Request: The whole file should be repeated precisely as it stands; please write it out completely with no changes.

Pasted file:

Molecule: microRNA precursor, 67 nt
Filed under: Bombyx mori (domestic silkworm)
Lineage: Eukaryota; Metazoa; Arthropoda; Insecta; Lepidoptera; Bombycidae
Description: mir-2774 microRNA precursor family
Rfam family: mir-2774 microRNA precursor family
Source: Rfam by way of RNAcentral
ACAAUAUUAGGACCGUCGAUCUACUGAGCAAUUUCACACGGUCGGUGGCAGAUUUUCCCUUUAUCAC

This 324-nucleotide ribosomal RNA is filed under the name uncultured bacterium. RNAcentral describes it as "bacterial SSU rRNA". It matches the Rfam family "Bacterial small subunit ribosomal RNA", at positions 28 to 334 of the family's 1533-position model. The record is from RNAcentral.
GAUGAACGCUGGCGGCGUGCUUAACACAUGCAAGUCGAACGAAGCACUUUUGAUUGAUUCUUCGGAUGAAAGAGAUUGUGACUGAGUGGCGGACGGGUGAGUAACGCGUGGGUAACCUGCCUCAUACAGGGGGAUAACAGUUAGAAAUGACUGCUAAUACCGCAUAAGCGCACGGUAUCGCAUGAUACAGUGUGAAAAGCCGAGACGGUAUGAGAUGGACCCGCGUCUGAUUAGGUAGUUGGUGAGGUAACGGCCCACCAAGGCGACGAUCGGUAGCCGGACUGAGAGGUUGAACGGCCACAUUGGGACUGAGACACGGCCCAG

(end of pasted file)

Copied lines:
Molecule: microRNA precursor, 67 nt
Filed under: Bombyx mori (domestic silkworm)
Lineage: Eukaryota; Metazoa; Arthropoda; Insecta; Lepidoptera; Bombycidae
Description: mir-2774 microRNA precursor family
Rfam family: mir-2774 microRNA precursor family
Source: Rfam by way of RNAcentral
ACAAUAUUAGGACCGUCGAUCUACUGAGCAAUUUCACACGGUCGGUGGCAGAUUUUCCCUUUAUCAC

This 324-nucleotide ribosomal RNA is filed under the name uncultured bacterium. RNAcentral describes it as "bacterial SSU rRNA". It matches the Rfam family "Bacterial small subunit ribosomal RNA", at positions 28 to 334 of the family's 1533-position model. The record is from RNAcentral.
GAUGAACGCUGGCGGCGUGCUUAACACAUGCAAGUCGAACGAAGCACUUUUGAUUGAUUCUUCGGAUGAAAGAGAUUGUGACUGAGUGGCGGACGGGUGAGUAACGCGUGGGUAACCUGCCUCAUACAGGGGGAUAACAGUUAGAAAUGACUGCUAAUACCGCAUAAGCGCACGGUAUCGCAUGAUACAGUGUGAAAAGCCGAGACGGUAUGAGAUGGACCCGCGUCUGAUUAGGUAGUUGGUGAGGUAACGGCCCACCAAGGCGACGAUCGGUAGCCGGACUGAGAGGUUGAACGGCCACAUUGGGACUGAGACACGGCCCAG